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Emory Special Diagnostic Services concentrates on hard-to-diagnose cases

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Janet Christenbury

Drew Crenshaw was just 18-years old when he started having severe ankle pain. An X-ray showed the college freshman had minor stress fractures in both feet. Casts were placed on his feet and Crenshaw was wheelchair bound for six months. He withdrew from college in Florida and retreated to his home. But the pain continued even after the casts were removed, and then he developed pain in all of his joints.

"Some days, the pain was so bad I could not even get out of bed," says Crenshaw. "My shoulders, knees, elbows, fingers and ankles were all affected. Everything hurt."

After multiple visits to doctors and health care facilities in several states, Crenshaw ended up at Emory's Special Diagnostic Services (ESDS). The practice, which is a part of the Emory Clinic's Paul W. Seavey Comprehensive Internal Medicine Clinic, is dedicated to evaluating patients with undiagnosed symptoms and/or illnesses. Its multidisciplinary team strives to improve each patient's health by thoroughly reviewing his or her medical history while enlisting the expertise of many Emory specialists. 

After spending five days in Emory University Hospital, hospitalists and consultant physicians associated with Emory's Special Diagnostic Services determined Crenshaw had a severe case of gout, a condition often characterized by recurrent attacks of severe inflammatory arthritis.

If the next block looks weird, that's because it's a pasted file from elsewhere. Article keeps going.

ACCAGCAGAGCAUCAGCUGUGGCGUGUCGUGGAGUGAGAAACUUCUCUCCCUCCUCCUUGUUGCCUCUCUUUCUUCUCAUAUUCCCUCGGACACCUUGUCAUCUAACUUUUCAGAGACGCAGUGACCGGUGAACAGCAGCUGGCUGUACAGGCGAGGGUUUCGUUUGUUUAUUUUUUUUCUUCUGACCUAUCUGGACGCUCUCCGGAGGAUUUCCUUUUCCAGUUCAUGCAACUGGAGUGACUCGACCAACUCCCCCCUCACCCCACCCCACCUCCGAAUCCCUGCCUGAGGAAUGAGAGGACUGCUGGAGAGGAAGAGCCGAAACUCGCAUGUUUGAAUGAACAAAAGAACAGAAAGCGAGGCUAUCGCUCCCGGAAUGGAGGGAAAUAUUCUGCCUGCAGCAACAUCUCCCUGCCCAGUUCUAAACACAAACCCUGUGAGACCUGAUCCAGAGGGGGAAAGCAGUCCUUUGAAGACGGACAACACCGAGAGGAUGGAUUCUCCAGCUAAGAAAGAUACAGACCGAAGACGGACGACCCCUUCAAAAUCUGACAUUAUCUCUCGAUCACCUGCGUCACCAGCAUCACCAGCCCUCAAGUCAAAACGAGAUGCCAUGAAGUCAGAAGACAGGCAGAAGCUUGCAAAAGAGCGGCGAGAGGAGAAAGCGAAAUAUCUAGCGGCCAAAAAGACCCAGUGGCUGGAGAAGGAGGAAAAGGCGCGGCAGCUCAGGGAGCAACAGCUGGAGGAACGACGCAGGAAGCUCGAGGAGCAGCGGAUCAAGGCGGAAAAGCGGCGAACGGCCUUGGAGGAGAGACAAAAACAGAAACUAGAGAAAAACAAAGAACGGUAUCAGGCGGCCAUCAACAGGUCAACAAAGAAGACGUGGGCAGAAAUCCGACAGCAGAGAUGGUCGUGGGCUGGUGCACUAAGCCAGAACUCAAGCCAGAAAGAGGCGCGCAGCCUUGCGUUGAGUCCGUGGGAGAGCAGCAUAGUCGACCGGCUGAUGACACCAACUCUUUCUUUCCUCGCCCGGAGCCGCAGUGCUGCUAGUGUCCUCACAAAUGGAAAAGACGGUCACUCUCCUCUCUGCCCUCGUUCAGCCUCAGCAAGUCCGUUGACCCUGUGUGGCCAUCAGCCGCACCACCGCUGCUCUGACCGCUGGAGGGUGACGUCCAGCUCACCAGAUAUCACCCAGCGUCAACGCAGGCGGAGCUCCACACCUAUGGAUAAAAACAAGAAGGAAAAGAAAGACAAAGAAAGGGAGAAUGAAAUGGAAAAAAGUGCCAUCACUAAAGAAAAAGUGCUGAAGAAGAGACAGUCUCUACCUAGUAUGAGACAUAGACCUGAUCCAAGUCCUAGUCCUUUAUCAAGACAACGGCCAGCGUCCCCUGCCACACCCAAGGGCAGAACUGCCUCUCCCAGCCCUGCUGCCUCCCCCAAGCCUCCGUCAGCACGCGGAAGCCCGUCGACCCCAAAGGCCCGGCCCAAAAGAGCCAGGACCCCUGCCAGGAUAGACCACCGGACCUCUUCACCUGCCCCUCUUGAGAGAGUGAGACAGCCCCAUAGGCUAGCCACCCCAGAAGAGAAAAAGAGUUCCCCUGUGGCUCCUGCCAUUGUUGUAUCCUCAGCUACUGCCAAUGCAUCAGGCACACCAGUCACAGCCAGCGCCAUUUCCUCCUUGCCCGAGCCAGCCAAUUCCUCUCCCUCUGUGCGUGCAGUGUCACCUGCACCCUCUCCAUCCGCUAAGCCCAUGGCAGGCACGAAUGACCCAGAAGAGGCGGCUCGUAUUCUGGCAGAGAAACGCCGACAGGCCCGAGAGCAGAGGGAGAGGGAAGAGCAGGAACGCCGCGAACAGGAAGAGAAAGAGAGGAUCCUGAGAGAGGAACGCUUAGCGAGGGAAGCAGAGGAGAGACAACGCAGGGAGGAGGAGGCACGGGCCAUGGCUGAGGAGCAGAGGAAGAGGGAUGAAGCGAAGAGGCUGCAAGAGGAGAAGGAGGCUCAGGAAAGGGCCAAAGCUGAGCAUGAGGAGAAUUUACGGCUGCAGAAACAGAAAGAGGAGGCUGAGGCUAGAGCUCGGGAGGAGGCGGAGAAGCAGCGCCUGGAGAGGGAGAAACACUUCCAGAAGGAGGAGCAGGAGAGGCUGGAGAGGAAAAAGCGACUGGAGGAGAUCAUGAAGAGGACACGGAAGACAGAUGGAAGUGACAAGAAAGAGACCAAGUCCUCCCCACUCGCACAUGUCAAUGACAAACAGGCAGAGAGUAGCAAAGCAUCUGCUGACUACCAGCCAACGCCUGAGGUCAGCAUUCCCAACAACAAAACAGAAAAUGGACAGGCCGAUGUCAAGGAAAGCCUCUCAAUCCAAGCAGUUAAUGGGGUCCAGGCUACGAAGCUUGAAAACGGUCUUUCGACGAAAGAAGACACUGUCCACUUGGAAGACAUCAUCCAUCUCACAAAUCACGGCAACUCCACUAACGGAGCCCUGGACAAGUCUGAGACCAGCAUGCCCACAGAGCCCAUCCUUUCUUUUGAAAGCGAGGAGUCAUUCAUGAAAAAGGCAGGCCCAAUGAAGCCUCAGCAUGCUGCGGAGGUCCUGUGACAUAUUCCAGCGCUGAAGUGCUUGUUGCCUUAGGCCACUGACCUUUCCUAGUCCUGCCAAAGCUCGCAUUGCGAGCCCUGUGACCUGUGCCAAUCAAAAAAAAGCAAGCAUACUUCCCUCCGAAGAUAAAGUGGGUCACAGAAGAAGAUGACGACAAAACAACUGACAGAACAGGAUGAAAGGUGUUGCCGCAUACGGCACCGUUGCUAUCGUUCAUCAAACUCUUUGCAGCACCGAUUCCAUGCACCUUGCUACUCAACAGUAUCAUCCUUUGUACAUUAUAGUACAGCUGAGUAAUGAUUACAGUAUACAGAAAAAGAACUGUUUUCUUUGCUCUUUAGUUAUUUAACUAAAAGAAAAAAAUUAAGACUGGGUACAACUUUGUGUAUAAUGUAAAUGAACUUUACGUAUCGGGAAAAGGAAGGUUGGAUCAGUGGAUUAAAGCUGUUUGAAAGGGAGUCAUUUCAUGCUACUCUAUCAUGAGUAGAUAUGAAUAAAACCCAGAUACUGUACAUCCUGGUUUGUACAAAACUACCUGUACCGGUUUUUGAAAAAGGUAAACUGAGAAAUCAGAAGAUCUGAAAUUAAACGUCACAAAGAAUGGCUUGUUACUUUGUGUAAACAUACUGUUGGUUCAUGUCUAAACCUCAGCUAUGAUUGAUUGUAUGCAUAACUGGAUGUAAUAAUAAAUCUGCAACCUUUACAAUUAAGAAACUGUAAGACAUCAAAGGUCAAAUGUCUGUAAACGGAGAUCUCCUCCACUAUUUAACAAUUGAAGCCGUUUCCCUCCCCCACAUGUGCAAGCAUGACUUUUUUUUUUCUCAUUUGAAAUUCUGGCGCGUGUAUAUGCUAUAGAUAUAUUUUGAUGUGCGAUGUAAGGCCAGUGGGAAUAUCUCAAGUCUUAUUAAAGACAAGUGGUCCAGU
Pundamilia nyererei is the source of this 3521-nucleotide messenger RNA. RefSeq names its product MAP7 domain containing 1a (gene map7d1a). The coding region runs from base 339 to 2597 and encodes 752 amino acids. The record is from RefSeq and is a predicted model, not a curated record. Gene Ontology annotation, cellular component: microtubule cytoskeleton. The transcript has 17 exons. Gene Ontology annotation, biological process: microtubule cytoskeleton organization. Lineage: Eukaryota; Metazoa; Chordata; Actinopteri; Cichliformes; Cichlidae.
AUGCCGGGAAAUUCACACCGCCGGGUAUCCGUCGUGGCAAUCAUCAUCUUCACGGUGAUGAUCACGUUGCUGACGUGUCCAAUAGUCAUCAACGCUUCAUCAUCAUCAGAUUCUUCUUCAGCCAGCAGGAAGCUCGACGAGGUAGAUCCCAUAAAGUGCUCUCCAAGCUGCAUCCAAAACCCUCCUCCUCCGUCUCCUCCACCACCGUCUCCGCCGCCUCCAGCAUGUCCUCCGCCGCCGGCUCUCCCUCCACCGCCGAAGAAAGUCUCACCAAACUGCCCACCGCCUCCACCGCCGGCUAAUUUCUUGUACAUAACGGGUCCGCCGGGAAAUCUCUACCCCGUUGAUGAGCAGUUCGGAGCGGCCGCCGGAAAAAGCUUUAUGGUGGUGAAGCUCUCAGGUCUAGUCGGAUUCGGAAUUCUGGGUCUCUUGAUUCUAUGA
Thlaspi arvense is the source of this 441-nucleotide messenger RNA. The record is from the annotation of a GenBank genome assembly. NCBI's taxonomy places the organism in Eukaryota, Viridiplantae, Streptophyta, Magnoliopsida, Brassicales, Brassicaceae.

"With a diagnosis confirmed, the team ordered specific medications for Drew while getting all of his biochemical levels back in balance," says Debra Cohen, RN, nurse navigator at Emory Special Diagnostic Services. "Our specialists really worked together to help this young man, who had been suffering with extreme pain and discomfort for months."

Led by medical director Clyde Partin, MD, ESDS takes the time to review and form a complete picture of the patient's condition. Working with experts within every specialty area at Emory, the ESDS physicians spearhead teams to evaluate and diagnose each patient's illness. While a definitive diagnosis is not always possible, the team will devote as much effort as is necessary in an attempt to determine the source of the problem.

"Our mission is to bring our best resources together to illuminate the patient's problem and where possible, provide a diagnosis to empower patients to manage their disease," says Partin, associate professor of medicine at Emory University School of Medicine. "We believe this service will benefit many people who have been in trying to identify an unknown illness."

Besides Partin, other members of the ESDS team include: David Roberts, MD, the Charles F. Evans Professor of Medicine; Jonathan Masor, MD, associate professor of medicine; Thomas Jarrett, MD, assistant professor of medicine; Sharon Bergquist, MD, assistant professor of medicine and Debra Cohen, ESDS nurse navigator.

Almost six years from the time Crenshaw's pain began, he is back in college, pain-free and thriving. He returns to Emory Healthcare periodically for check-ups.

"I'm not sure where I would be today without the outstanding care from the Emory Special Diagnostic Services," says Crenshaw. "They truly saved my life."

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